In Jordan’s 1987 Nike commercial, he said: “They call me Magic.” The NBA superstar paid Johnson a moving compliment in the 1988 film They Call Me Mr. Tibbs!

Michael Jordan paid Magic Johnson a moving compliment in “They Call Me Magic.”. Read more in detail here: michael jordan and magic johnson.

Michael Jordan Paid Magic Johnson a Moving Compliment In 'They Call Me Magic'

Whether you remember Michael Jordan as a basketball player or simply know him from the movie The Last Dance, virtually everyone is aware of his legendary competitive drive. His Airness had to be the greatest no matter what the competition was like. While MJ’s attitude contributed to his status as a living legend, it also meant he wasn’t the friendliest man in the league. Things, on the other hand, might be a bit different in retirement. The former Chicago Bulls great still has fire in his belly, but he can temper it at times. That’s exactly what Magic Johnson said.

Despite the fact that They Call Me Magic has yet to be released to the general public, the series had its official debut at the South by Southwest Film Festival. Johnson overheard Jordan giving him a nice complement. His remarks, unsurprisingly, moved the Lakers legend.

Magic Johnson, according to Michael Jordan, deserves all of the credit for revolutionizing basketball.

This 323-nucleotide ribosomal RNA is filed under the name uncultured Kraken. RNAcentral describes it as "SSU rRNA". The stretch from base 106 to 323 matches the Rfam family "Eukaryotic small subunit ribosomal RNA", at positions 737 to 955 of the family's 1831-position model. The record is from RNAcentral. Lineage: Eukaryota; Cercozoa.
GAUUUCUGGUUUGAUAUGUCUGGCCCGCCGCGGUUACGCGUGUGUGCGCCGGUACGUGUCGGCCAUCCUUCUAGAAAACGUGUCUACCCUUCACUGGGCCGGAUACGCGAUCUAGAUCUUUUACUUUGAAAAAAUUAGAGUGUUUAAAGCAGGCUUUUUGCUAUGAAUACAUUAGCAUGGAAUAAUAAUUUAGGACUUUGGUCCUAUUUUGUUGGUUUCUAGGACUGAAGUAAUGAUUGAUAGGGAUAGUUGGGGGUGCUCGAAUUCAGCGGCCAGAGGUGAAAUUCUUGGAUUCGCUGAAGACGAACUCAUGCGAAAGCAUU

Michael Jordan (L) and Magic Johnson (R) as members of the Dream Team.

Michael Jordan (L) and Magic Johnson (R) as members of the Dream Team. During the 1992 Olympics, Michael Jordan (L) and Magic Johnson (R) competed. | Karl Mathis/AFP via Getty Images

Michael Jordan is credited with defining the contemporary NBA environment due to a mix of variables – he was very skilled and had an unwavering drive to win, but he also had the good fortune of playing at a period when basketball became a worldwide sport. His Airness, on the other hand, puts the credit in the chronology earlier.

“Everyone wants to credit Michael Jordan with altering the NBA,” the former Chicago Bulls player stated in the first episode of They Call Me Magic, according to Variety. “But when Magic Johnson came in, that’s when the game transformed.”